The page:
Alan Franklin Interviewed by Tamsin Huxford

Tamsin Huxford interviews Alan Franklin for the Project Gallery

Tamsin  What are you working on now?
Alan  There are two quite distinct parts to my practice. One is process led and is entirely abstract; it includes all the drawing and some sculpture. The other is more ideas led sculpture, which is much more referential and often uses found objects. In an exhibition context the two don’t really converse with each other, so I keep them separate. Currently I’m tending to focus mostly on the process led work, which has a certain momentum for me at the moment.

Tamsin  Recently, you’ve been focusing on buildings… castles, houses, and towers. What’s the significance of these buildings for you?
Alan  The work which references buildings and architecture are part of the ideas led side of my practice and I have made use of these references over a very long period of time. In this work I think I am trying to negotiate how I fit into the world, how mankind fits into the world. The house represents the point in human evolution when we reached a level of civilization where we are relatively free from the chore of survival, and have much more time to think, to philosophize and to anguish over our condition. For me the human condition is full of irreconcilable dilemmas such as what we do about climate change. My houses are often put in positions where there is some kind of contradiction or opposition which is also suggested in their titles e.g. Between Mind and Matter or This Way Up.

Tamsin  Much of your earlier work has been focused on nature. I’m thinking of ‘Bird’s Eye View’, 2004, and ‘Net for not catching butterflies’ in particular. Could you talk a bit about the role that nature plays in your work?
Alan  This again is to do with how we place ourselves in the world. We have separated ourselves from nature. We have a unique relationship with our planet and we can utilize and change nature in unprecedented ways .We have entered the period of the Anthropocene where we now have a dominant influence over our climate and environment. This relationship is therefore incredibly important but incredibly difficult to manage. When I have used nature in my work it is some sort of expression of this relationship and its incumbent difficulties. Birds Eye View and Net For Not Catching Butterflies were part of period of work when I was looking at ‘undoing the world’ and thinking about seeing it for the first time without the weight and bias of knowledge that comes with everything we experience. So in Bird’s Eye View the birds erase the name Darwin by eating the peanuts. Net For Not Catching Butterflies is harder to put into words, which is perhaps its point. Our dominance over the eapgstyle8 is the result of our sophisticated language and ability to communicate ideas and build and pass on knowledge. We can’t step outside this perspective and must always have this homocentric view of the world. We can’t escape our words, but butterflies don’t know they are butterflies.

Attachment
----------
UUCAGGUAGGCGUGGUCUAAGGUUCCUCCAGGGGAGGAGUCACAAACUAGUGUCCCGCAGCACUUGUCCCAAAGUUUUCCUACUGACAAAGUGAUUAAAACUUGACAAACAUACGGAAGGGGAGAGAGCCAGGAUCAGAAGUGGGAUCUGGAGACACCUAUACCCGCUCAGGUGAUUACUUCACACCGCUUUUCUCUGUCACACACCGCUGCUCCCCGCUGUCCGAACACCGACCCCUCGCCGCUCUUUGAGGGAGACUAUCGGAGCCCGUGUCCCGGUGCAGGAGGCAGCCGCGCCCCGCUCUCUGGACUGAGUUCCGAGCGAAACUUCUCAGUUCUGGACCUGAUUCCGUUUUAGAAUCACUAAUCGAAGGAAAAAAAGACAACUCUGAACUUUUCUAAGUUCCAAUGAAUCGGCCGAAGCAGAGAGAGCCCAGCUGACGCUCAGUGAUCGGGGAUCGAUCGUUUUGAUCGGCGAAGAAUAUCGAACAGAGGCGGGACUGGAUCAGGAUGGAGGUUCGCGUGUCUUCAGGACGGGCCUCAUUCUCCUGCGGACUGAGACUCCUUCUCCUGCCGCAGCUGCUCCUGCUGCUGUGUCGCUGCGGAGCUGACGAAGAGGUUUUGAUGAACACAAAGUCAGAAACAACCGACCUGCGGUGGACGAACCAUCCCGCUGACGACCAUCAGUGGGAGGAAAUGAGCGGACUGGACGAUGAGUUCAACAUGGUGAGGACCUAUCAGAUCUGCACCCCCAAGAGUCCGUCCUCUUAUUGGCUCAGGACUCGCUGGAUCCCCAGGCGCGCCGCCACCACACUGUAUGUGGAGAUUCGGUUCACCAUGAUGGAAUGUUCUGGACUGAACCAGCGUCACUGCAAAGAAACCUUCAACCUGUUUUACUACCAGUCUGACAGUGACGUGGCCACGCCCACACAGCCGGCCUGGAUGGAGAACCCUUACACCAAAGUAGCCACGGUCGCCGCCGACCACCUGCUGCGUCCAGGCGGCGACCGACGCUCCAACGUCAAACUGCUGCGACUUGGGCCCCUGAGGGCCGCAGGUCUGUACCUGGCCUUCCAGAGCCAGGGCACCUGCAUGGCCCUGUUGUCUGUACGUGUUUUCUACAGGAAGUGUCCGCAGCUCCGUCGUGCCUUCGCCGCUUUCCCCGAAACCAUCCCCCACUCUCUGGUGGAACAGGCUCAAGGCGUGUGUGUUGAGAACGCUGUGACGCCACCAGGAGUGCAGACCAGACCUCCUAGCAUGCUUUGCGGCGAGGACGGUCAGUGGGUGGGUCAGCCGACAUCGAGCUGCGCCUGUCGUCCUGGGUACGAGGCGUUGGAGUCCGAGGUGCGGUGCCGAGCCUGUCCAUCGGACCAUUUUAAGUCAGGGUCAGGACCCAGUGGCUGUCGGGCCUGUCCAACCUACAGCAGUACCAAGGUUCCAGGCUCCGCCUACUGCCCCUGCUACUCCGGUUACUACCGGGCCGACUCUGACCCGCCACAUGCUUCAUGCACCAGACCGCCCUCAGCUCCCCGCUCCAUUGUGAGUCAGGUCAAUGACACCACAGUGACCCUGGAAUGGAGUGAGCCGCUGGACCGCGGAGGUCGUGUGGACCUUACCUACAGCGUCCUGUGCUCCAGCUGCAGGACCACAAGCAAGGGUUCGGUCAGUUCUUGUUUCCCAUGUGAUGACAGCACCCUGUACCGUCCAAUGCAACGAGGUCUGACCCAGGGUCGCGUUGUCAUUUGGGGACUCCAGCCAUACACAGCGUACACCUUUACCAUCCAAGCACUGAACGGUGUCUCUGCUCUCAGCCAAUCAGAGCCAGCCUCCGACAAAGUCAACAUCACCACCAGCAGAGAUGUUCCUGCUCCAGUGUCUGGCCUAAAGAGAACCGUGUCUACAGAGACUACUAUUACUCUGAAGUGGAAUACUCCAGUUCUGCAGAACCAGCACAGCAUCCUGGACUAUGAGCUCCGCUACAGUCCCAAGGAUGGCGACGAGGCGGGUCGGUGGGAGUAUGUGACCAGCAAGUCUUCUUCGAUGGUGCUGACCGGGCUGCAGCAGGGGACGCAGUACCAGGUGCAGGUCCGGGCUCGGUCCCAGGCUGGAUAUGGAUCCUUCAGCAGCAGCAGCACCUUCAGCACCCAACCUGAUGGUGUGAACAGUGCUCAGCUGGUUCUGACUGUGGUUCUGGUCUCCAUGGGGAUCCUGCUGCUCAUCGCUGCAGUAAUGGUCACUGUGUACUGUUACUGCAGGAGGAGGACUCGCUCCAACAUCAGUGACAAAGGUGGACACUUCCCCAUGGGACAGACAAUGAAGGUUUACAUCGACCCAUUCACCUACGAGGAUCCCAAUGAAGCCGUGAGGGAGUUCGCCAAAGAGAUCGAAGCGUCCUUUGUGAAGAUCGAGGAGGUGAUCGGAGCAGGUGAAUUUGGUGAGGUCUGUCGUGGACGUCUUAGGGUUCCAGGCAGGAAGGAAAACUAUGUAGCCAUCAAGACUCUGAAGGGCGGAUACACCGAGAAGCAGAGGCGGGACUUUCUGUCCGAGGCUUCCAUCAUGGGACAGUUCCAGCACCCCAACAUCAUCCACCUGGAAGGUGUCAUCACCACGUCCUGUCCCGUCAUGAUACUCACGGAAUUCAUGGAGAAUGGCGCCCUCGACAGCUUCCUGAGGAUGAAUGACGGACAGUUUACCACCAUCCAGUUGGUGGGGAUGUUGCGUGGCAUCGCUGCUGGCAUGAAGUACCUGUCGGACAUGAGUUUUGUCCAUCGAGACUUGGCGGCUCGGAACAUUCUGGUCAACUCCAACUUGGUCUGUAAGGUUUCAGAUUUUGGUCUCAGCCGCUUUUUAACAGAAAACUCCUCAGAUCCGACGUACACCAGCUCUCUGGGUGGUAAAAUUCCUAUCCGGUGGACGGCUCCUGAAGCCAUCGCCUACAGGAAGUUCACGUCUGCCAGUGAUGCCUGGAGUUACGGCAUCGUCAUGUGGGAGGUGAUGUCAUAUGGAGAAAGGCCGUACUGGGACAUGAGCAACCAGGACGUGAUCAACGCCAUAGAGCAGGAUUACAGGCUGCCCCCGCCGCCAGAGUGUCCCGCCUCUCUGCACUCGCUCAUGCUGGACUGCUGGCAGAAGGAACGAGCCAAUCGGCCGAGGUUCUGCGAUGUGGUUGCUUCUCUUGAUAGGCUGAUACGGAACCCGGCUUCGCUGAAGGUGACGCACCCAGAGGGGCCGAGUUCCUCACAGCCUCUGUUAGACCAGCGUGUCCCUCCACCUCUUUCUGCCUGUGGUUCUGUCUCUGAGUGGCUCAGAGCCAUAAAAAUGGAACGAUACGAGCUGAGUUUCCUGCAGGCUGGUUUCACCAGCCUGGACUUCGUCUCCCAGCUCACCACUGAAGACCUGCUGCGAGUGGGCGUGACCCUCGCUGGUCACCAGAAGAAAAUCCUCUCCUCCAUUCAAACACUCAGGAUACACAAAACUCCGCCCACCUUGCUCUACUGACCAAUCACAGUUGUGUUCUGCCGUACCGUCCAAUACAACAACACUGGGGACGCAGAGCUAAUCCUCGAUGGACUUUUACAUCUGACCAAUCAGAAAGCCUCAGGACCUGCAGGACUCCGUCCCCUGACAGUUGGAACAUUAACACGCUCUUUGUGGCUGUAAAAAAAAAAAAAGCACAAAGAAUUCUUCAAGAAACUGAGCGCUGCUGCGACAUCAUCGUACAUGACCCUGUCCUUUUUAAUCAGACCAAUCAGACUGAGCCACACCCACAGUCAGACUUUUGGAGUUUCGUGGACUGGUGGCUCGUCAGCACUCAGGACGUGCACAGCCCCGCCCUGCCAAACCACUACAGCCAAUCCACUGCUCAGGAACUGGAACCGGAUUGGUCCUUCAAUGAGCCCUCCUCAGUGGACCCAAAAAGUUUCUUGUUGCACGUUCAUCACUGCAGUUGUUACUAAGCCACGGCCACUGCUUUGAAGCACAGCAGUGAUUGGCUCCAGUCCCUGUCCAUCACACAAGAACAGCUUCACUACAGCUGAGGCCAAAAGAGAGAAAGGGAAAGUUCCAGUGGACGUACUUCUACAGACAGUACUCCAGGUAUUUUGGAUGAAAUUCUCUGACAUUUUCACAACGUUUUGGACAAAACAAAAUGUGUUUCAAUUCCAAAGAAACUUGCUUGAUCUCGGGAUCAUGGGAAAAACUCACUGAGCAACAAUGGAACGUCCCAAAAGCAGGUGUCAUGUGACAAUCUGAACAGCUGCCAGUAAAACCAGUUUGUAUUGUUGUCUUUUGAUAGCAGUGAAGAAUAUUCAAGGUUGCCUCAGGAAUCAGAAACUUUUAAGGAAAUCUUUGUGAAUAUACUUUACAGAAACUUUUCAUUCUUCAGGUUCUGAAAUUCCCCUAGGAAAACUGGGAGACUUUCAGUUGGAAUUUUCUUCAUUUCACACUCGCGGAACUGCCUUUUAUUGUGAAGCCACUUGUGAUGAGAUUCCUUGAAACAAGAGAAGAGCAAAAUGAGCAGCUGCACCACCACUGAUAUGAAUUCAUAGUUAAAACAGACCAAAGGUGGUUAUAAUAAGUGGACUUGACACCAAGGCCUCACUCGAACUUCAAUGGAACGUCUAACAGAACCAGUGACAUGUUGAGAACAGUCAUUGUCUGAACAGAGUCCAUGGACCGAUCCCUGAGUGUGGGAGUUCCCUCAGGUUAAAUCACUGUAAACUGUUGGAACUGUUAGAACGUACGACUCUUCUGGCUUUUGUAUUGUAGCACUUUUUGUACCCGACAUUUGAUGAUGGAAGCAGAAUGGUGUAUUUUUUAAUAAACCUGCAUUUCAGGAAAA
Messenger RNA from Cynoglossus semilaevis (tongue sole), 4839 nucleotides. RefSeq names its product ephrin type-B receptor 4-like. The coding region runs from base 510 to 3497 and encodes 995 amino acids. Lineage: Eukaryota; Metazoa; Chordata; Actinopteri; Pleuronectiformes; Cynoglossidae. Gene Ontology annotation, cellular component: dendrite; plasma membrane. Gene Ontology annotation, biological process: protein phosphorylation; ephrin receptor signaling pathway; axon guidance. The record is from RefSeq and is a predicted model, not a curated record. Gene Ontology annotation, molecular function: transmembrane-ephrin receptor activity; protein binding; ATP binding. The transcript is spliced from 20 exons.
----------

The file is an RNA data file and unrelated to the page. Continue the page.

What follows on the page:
You’ve said that you ‘strive for beauty and surprise’ in your work. Do you think that beauty must be combined with surprise in art, and why is surprise important?
‘Beauty’ is not an easy word to use when talking about art. I think Picasso’s Guernica is beautiful, ….. powerful and moving, and at the time must have been incredibly surprising. Richard Wilson’s 20/50 room full of sump oil is beautiful and again is a surprise. By surprise I mean seeing something you have never seen been before or thinking something you have never previously thought. Every time I make something I want it to take me to a place I have not been. Sometimes it does and sometimes it doesn’t. The best pieces for me are the ones that have given me the biggest surprise.

Your artistic process seems to be based on repetition, which would ordinarily connote constraint, but you seem to use limitation as the basis for creativity and novelty. Could you say a little more about your artistic process?
I believe repetition can lead to a kind of beauty. Repetition invariably results in a pattern which I think we find attractive. It might be peas in a pod, seeds in a dandelion head or the lines of a raked zen garden. Repetition also involves labour and labour with care often produces beauty. Labour, care and skill are the ingredients of craftsmanship. Repetition is also a common means of creating a structure, an accumulation of smaller similar units to achieve a larger scale – termite mounds, weaver bird nests, houses. In the drawings I use the accidental variations in the repeated marks to create the incidents, which give the drawing its character and perhaps a meditative quality too. I think I use repetition as a strategy, but it is just one amongst many.

What question might you ask someone at the show to get them thinking about the work?
Can I skip this question? I think the work should pose the questions.

In an hypothetical Orwellian moment, if you were to start writing, Why I draw, what would the first sentence be?
A mountaineer’s answer to ‘why climb mountains?’ is ‘because they are there’. I make drawings and sculptures because they aren’t there,… yet.

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Exhibiting Contemporary Art